INKPOT#83/I CLASSICAL MUSIC REVIEWS: Requiem Issue – MARTIN Pamtnik Lidicim. NONO Canti di vita e d’amore. SCHNBERG A Survivor from Warsaw. HARTMANN Symphony No.1 “Versuch eines Requiem”. Bamberg Symphony & Chorus/Metzmacher (EMI)
Bamberg Symphony Orchestra and Men’s Chorusb
EMI Classics CDH 5 55424-2
by Chua Guan Ee
Luigi Nono (1924-1990) was born and later died in Venice. He studied with Malipiero and Maderna, and graduated from the University of Padua with a degree in Law. His foremost musical influence was Anton Webern; and his later works became dominated by his Communist beliefs – injected with “protest” elements such as heavy use of percussion and electronic tape, infused nevertheless with a unique Italianiate lyricism shared in some respects by his teachers and his compatriot, Luigi Dallapiccola.
Nono was often criticised for his stand towards the mingling of music and politics; and it was at one of Hartmann’s concerts at which the Canti di vita e d’amore was being performed that the latter defended his younger colleague: ” in both form and content, [the Canti] are a deep avowal of faith on the part of Luigi Nono, on the part of a young man who expresses his sense of outrage and combats the threat posed for life by the violence of war, who takes the side of human beings in the fight against the inhuman ”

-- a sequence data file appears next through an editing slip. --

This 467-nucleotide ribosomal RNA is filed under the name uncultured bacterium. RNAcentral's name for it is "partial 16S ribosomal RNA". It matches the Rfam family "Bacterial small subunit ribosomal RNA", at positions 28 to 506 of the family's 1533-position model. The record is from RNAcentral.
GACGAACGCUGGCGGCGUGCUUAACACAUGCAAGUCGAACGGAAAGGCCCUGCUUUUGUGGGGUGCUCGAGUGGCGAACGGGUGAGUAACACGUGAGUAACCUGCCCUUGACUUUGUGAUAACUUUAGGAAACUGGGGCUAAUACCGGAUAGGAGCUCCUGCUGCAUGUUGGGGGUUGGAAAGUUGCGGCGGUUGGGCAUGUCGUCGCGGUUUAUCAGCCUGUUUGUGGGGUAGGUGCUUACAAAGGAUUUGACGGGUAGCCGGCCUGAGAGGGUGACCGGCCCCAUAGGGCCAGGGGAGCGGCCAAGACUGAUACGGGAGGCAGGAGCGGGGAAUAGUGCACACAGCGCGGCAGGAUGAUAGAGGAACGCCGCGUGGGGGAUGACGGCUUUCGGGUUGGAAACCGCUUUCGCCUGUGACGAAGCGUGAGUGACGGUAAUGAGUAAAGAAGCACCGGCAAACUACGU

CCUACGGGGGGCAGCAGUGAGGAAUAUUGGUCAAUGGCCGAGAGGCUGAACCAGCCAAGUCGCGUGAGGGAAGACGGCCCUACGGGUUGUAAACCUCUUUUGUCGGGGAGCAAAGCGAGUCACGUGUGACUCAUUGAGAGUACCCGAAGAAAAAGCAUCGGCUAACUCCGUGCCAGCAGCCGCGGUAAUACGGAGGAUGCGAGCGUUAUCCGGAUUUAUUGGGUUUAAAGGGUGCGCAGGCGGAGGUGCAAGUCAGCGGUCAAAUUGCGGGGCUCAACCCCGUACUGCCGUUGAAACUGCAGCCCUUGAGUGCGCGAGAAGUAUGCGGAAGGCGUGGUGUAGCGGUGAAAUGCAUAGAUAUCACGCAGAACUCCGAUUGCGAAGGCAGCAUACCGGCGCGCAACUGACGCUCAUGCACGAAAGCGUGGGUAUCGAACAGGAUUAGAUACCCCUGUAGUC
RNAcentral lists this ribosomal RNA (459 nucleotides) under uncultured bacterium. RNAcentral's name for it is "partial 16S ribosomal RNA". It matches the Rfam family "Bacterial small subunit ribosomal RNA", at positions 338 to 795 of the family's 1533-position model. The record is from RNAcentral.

The Canti are scored for soprano and tenor soloists with orchestra; and is in three movements – each with its own text: the first, “Sul ponte di Hiroshima” (“On the Bridge of Hiroshima”) is taken from Gnther Anders’ Hiroshima ist berall; the second movement a nocturne-like section after the harsh dissonances of its predecessor quotes Jess Lpez Pacheco’s Djamila Boupach: Esta Noche; and the third sets a poem by Cesare Pavese, Tu, in an attempt to portray life (after the war) as it once was.
Text plays yet another important role in Karl Amadeus Hartmann’s “Versuch eines Requiems” (“Essay for a Requiem”), his only symphony which employs such an idiom of words and voice. It is in five movements: Introduktion: Elend (Introduction: Misery), Frhling (Spring), Thema mit vier Variationen (Theme with Four Variations), Trnen (Tears), and Epilog: Bitte (Epilogue: Supplication). The booklet-notes describe this symphony as one which “expresses mourning, despair and also anger”. It is “a work of grieving: it endeavours to condemn the evils of the Nazi regime and to mourn those who died in a dignified and appropriate fashion”.